Donziger: “Just a Bunch of Smoke and Mirrors and Bullshit”
As discussed here, one of the key arguments that the Ecuador plaintiffs are making in response to Chevron’s Motion is that the damaging quotes are being taken out of context. Without question one of the most damning excerpts is when lead plaintiffs’ lawyer Steve Donziger is quoted as saying that “Because at the end of the day, this is all for the Court just a bunch of smoke and mirrors and bullshit. It really is.”
Plaintiffs’ spokesman Karen Hinton told me this morning that Donziger’s comment about “smoke and mirrors and bullshit” was a reference to Chevron’s evidence, not their own. She is quoted in an American Lawyer article today saying the same thing, that “’He was talking about Chevron using smoke and mirrors.’ Chevron is ‘twisting it and manipulating it.'”
I have now received the transcripts of the DVD from Karen Hinton and I have posted them here and here. Read in context, I find it almost impossible to interpret Donziger’s quote about “smoke and mirrors” as a reference to Chevron’s evidence.
Here is Steve Donziger’s “smoke and mirrors and bullshit” quote included in the context of a conversation between Donziger and plaintiffs’ technical experts Dave Kamp, Ann Maest, and Charlie Champ (pages 8-11 of Transcript 2):
KAMP: Yeah. But you know. And these are all possibilities, and I think that, but what we know we don’t have is the extent of the contamination, the, the ground water auditors that Anne was talking about, maybe when you were asleep.
KAMP: and, you know, being able to characterize as well as we possibly can before we enter into, you know, a remediation strategy per se, what we know about non-water contamination the extent of the contamination. We don’t have that.
MAEST: And right now all the reports are saying it’s just at the pits and the stations and nothing has spread anywhere at all.
DONZIGER: That’s not true.
KAMP: That’s not exactly true.
DONZIGER: That’s not true. The reports are saying the ground water is contaminated because we’ve taken samples from ground water.
MAEST: That’s just right under the pits.
DONZIGER: Yeah, but, that is evidence.
KAMP: Well you need more.
CHAMP: Well one thing I visually see.
DONZIGER: I agree.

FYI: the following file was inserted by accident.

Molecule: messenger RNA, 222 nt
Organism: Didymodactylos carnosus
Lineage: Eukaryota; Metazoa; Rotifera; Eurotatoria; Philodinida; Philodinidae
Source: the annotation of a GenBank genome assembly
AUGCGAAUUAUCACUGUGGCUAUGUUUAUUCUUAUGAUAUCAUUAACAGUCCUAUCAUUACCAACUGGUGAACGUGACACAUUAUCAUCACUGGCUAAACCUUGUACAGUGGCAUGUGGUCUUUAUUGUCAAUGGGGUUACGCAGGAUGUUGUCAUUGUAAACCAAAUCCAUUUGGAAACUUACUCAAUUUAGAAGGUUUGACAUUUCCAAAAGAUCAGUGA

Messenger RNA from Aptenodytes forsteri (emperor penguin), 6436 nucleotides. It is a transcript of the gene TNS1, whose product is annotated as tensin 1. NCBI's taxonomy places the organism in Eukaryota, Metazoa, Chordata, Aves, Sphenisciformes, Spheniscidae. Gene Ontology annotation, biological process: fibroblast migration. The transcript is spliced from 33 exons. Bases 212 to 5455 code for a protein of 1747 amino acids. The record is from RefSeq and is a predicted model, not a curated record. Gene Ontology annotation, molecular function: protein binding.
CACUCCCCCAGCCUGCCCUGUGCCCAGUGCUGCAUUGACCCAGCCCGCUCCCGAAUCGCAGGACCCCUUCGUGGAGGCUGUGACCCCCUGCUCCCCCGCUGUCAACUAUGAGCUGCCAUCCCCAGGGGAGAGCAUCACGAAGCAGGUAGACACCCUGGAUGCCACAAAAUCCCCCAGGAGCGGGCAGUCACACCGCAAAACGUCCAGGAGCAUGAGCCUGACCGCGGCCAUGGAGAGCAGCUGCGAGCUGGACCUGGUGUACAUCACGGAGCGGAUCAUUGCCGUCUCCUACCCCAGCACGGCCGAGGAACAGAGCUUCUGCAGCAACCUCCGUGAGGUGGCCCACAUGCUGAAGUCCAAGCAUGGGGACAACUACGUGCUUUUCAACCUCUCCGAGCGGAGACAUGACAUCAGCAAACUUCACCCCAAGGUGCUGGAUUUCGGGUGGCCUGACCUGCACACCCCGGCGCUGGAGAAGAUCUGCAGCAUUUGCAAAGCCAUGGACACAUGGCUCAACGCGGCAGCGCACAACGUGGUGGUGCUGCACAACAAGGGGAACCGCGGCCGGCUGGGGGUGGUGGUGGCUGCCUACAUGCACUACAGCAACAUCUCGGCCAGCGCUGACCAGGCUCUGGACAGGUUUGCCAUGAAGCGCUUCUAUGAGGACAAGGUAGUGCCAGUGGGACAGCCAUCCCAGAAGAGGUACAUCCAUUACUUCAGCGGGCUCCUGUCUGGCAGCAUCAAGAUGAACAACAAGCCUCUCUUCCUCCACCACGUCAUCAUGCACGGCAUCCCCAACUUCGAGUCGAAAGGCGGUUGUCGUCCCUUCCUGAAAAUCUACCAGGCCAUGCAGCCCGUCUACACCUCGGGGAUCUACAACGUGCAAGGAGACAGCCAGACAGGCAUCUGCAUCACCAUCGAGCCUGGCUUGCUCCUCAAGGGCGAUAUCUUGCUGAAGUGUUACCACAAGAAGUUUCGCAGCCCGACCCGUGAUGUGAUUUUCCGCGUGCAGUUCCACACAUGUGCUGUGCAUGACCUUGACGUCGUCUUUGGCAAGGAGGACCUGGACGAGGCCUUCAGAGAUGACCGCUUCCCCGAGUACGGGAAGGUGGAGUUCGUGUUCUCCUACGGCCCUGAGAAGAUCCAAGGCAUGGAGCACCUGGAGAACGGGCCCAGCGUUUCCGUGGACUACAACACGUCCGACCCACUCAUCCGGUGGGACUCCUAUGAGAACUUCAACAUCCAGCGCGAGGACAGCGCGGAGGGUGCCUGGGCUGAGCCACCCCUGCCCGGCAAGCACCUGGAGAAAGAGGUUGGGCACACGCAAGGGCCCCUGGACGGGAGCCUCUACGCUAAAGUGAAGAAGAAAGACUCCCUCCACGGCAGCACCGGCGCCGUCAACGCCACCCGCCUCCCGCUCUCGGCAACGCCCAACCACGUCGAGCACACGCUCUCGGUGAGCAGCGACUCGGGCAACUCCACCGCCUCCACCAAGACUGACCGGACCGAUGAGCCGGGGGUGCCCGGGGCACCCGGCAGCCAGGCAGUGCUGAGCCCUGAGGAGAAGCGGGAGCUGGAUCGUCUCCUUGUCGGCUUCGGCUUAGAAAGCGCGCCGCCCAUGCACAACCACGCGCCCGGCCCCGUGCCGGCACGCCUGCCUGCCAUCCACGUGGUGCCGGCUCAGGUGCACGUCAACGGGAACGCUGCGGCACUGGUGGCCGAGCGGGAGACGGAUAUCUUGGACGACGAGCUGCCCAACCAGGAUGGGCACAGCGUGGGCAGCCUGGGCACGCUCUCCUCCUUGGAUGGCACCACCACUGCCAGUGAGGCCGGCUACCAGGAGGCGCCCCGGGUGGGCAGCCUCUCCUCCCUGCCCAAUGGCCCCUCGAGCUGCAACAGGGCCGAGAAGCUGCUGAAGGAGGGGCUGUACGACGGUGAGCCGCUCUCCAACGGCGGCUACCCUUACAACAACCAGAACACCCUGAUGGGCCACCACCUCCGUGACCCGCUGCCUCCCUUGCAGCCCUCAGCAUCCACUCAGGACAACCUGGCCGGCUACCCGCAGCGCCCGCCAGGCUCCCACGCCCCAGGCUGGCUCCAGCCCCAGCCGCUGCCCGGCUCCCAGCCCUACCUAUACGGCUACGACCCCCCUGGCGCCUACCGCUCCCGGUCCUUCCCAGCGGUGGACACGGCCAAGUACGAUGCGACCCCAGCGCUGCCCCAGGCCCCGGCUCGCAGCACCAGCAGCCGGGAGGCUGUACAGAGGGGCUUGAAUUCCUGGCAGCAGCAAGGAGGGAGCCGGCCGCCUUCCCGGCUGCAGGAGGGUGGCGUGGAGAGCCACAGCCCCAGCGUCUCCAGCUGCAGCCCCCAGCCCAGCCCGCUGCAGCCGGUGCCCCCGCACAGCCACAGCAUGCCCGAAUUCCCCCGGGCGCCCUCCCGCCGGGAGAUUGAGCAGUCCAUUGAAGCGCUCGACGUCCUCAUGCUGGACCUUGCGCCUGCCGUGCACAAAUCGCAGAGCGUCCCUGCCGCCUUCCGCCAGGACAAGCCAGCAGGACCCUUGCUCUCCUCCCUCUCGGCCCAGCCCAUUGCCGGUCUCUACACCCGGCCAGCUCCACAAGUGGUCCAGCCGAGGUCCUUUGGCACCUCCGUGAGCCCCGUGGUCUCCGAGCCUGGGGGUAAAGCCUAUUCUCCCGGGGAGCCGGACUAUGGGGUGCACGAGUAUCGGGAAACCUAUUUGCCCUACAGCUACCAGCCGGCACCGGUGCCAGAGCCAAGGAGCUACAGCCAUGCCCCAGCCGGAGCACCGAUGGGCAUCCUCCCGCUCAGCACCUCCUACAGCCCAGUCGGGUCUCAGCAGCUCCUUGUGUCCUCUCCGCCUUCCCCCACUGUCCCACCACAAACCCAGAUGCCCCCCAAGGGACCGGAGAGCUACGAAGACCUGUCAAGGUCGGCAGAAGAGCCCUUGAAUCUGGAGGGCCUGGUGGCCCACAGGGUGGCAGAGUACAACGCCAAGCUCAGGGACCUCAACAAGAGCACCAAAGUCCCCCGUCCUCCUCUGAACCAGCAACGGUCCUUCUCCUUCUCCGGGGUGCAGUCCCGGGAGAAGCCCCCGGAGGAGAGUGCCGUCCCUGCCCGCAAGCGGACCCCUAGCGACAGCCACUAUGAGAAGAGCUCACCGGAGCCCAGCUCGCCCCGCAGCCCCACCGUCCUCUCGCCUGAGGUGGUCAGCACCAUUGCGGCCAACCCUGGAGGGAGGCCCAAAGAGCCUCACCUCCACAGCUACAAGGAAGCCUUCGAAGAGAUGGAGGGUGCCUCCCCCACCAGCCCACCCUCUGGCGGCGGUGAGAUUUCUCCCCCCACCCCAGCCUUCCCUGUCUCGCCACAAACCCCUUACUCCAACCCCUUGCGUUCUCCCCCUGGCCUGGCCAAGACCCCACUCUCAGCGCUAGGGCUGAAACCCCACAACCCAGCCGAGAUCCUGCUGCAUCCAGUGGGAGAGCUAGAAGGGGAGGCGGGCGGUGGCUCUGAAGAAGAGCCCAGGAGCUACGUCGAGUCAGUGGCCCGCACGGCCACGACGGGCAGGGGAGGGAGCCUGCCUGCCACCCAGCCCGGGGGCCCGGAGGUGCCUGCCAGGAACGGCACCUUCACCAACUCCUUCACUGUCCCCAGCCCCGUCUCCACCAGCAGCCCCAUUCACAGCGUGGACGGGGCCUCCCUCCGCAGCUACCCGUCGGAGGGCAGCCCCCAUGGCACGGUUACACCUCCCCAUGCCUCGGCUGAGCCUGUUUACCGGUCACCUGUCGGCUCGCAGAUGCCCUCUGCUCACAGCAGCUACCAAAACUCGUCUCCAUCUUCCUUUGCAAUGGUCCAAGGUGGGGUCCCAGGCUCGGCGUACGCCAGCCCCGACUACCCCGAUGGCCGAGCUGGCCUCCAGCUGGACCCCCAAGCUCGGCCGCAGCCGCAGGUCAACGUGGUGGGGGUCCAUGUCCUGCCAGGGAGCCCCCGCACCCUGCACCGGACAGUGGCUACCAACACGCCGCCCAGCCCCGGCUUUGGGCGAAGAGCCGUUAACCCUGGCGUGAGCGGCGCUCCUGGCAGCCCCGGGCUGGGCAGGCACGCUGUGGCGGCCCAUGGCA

DONZIGER: Hold on a second, you know, this is Ecuador, okay,
DONZIGER: You can say whatever you want and at the end of the day, there’s a thousand people around the courthouse, you’re going to get what you want. Sorry, but it’s true.
DONZIGER: Okay. Therefore, if we take our existing evidence on groundwater contamination which admittedly is right below the source.
DONZIGER: And wanted to extrapolate based on nothing other than our, um, theory that it is, they all, we average out to going 300 meters in a radius, depending on the—the, uh…
DONZIGER: The what do you call it when the land goes down? The incline. You know what I mean,
MAEST: Uh-huh. The gradient.
DONZIGER: The gradient. We can do it.
KAMP: The gradient.
DONZIGER: We can do it. And we can get money for it.
DONZIGER: And if we had no more money to do more work, we would do that. You know what I’m saying?
DONZIGER: And it wouldn’t really matter that much.
DONZIGER: Because at the end of the day, this is all for the Court just a bunch of smoke and mirrors and bullshit. It really is. We have enough, to get money, to win. How we define what the win is—is—is—we can do it, anything we want. Now granted, I’d rather have it stronger.
DONZIGER: I want to have it stronger.
DONZIGER: We need to keep that in mind as we design this.
KAMP: We do.
CHAMP: Steven, the main thing to reminder is,
CHAMP: This is where I agree with Anne a thousand percent, there is not enough information on that ground water.
CHAMP: There’s not. I mean.
CHAMP: To even approach this—
DONZIGER: You guys conspiring against me?
So there you have it. Anyone else besides Karen Hinton want to make the argument that this is a reference to Chevron’s evidence?